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By paulwakefield1
16th Sep 2013 14:33

Yes - others do

e.g. Sage (for many though not all transactions), VT Transaction +

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By Charlie Carne
17th Sep 2013 16:47

changing transactions

The great thing about almost all modern bookkeeping systems is that they offer the ability to change transactions if you wish, but also have password protection systems, so that you can completely shut that function off from everyone but the master user. Furthermore, the audit trail/activity log in QuickBooks will show you if anyone made any changes and exactly what change was made and when. This provides total flexibility. Anyone who dislikes the ability to alter transactions can prevent it with a password and not reveal the password to anyone else. I cannot see how even the most conservative of accountants can have a problem with this.

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By chatman
17th Sep 2013 17:37


Alison @ Intuit - Your comment about the audit trail has been removed I think. Is there anywhere I can see an example of the new audit trail?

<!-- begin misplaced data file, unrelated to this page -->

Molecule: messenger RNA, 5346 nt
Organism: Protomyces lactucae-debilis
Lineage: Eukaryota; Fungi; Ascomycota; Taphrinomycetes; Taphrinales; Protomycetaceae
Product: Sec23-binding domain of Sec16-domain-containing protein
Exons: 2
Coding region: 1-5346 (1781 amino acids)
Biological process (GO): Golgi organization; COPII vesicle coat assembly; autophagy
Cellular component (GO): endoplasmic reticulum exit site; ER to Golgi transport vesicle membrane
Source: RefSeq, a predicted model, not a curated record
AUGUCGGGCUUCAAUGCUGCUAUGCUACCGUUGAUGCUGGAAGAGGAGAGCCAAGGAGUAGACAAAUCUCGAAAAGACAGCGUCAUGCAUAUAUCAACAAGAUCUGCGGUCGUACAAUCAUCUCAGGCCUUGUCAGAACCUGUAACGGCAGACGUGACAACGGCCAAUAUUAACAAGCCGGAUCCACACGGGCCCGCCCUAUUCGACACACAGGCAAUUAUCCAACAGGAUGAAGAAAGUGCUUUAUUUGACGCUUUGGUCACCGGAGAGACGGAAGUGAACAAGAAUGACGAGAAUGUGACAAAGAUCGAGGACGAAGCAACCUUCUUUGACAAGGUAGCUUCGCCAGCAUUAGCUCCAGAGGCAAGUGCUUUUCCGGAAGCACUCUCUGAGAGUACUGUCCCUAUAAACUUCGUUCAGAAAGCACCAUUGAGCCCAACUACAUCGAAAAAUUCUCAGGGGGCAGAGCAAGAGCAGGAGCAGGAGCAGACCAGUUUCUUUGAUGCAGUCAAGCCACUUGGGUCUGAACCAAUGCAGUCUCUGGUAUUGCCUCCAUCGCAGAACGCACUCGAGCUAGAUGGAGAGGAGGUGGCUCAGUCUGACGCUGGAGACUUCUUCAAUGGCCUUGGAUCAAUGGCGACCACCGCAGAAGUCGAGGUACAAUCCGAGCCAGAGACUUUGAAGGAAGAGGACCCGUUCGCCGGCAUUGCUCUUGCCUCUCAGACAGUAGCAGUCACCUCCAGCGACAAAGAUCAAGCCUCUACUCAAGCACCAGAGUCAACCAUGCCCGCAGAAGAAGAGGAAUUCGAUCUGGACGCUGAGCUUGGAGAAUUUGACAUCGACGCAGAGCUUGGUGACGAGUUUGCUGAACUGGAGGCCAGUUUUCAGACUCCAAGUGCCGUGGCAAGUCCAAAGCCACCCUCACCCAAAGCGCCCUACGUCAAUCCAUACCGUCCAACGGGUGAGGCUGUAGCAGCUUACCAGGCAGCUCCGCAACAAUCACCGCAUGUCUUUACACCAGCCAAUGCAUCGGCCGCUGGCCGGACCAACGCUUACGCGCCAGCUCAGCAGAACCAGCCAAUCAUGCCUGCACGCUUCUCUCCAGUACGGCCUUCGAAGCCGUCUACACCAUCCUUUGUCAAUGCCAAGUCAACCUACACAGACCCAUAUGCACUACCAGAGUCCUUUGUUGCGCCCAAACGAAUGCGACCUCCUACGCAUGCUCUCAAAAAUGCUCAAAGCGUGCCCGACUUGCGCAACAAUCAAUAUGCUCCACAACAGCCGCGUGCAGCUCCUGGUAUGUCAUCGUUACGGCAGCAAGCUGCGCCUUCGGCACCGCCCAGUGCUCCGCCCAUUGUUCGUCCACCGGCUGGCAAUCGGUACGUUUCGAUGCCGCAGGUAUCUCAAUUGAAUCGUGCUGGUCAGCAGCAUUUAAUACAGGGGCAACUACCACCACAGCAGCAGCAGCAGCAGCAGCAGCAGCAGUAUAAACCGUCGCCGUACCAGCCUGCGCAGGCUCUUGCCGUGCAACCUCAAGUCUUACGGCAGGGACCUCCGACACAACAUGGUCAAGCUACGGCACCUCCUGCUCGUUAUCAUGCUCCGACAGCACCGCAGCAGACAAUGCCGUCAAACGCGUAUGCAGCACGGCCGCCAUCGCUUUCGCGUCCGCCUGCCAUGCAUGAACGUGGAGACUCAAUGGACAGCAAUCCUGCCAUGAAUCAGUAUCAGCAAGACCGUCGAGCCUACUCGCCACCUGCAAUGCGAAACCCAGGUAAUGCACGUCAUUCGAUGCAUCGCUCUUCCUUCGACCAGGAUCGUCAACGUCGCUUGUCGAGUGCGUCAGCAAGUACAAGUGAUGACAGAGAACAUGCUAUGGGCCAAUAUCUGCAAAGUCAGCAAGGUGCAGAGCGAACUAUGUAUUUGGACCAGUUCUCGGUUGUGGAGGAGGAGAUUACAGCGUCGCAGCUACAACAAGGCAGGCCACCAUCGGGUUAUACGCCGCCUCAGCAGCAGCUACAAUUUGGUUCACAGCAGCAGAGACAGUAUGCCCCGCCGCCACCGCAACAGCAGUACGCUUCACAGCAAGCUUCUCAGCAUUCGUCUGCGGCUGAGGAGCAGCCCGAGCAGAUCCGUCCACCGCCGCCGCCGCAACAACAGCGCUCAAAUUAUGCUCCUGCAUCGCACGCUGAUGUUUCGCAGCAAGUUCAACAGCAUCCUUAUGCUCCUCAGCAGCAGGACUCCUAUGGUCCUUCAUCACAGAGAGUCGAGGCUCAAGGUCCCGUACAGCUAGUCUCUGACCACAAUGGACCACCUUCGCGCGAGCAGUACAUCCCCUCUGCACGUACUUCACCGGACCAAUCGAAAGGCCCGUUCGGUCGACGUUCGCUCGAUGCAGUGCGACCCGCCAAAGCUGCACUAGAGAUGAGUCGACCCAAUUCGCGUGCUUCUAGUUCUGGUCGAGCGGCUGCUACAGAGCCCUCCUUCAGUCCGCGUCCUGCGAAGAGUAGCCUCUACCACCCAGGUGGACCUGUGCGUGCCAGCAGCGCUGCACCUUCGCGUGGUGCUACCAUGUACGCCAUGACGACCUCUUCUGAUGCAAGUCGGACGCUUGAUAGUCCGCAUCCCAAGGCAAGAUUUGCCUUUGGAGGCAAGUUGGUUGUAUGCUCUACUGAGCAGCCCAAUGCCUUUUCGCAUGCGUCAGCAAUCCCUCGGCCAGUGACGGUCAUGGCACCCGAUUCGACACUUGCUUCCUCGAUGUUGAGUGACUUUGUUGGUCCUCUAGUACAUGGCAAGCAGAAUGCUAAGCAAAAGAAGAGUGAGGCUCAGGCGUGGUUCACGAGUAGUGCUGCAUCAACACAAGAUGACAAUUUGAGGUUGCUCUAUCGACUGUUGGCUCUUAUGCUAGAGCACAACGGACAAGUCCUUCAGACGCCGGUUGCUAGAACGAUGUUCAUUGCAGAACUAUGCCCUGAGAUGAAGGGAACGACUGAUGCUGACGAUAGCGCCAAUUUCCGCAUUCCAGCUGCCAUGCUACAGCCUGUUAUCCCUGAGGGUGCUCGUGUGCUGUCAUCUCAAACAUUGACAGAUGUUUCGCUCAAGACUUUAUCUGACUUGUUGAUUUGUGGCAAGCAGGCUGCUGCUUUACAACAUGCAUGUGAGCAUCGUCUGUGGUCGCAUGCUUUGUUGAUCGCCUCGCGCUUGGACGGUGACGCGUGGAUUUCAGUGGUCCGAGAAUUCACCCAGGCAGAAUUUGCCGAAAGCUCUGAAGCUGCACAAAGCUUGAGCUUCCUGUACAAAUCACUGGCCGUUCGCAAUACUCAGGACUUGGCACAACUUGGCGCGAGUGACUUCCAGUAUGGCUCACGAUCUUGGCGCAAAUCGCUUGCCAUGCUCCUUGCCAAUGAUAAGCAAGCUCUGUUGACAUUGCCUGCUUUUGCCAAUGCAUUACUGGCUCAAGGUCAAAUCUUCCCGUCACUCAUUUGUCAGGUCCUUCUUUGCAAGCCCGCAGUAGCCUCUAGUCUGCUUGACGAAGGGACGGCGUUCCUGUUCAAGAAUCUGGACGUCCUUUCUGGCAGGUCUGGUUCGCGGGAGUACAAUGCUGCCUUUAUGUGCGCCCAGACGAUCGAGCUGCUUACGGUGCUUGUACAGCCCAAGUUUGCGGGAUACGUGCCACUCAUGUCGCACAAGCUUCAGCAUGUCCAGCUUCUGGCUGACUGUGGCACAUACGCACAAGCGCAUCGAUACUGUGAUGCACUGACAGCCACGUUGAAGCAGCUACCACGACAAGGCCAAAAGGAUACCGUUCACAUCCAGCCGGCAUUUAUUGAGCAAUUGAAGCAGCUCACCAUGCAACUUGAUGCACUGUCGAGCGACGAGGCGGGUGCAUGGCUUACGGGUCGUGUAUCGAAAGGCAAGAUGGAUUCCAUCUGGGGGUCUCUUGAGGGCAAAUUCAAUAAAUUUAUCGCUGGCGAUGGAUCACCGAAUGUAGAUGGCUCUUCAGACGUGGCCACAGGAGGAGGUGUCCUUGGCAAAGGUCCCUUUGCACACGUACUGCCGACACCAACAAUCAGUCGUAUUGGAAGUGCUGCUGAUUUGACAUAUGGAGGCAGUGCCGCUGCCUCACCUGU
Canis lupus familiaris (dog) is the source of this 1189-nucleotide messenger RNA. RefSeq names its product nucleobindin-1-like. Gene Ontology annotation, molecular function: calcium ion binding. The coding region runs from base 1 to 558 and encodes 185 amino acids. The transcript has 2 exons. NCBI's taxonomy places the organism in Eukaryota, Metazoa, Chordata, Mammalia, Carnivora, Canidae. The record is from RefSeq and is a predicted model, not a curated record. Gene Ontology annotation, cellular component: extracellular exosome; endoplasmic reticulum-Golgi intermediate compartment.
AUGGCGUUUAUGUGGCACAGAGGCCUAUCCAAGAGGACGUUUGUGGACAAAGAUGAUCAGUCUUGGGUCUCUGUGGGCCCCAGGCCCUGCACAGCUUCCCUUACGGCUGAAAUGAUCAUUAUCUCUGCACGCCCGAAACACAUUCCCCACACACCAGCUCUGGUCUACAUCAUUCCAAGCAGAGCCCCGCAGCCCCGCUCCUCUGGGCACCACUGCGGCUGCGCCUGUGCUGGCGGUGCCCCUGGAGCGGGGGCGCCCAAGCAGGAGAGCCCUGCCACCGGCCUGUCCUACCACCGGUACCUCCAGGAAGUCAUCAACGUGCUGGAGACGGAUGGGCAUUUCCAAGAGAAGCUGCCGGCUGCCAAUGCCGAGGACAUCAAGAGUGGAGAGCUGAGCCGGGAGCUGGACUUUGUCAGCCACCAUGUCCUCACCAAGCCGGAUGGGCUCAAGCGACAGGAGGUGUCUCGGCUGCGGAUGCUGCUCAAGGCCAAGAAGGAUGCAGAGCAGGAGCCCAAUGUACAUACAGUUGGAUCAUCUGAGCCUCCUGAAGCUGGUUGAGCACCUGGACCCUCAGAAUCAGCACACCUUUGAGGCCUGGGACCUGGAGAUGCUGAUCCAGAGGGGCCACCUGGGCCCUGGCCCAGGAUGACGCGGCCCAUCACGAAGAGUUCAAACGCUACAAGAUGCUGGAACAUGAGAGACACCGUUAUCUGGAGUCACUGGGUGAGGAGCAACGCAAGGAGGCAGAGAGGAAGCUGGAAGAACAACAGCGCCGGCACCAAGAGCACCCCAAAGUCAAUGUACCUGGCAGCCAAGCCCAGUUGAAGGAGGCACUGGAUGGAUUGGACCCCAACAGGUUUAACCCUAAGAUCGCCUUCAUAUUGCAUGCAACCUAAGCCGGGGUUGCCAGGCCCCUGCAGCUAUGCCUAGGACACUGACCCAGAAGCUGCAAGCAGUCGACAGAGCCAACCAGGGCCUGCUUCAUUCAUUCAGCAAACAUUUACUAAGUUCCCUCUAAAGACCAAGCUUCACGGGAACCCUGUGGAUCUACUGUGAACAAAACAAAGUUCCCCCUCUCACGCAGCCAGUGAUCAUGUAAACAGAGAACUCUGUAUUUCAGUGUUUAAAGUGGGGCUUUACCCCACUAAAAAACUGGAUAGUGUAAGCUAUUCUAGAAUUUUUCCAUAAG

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By alisonatintuit
18th Sep 2013 10:18

Chatman - and Audit Trail

Hi @Chatman,

What version of QuickBooks desktop are you running?  I believe the audit trail enhancements (bunching the original transaction with all the successive changes) have been in place for several versions now.  So assuming you are using a recent version of QuickBooks (ie: 2012, 2013, 2014), you should be able to look at it yourself.  Go to the Reports Menu > Accountant and Taxes > Audit Trail. 

If you are on a truly old version of QuickBooks, you should consider upgrading. Unfortunately we do not offer 30-day trials anymore of QuickBooks Accountant Edition, but you can buy QuickBooks confidently, knowing we have a 60-day money-back-guarantee.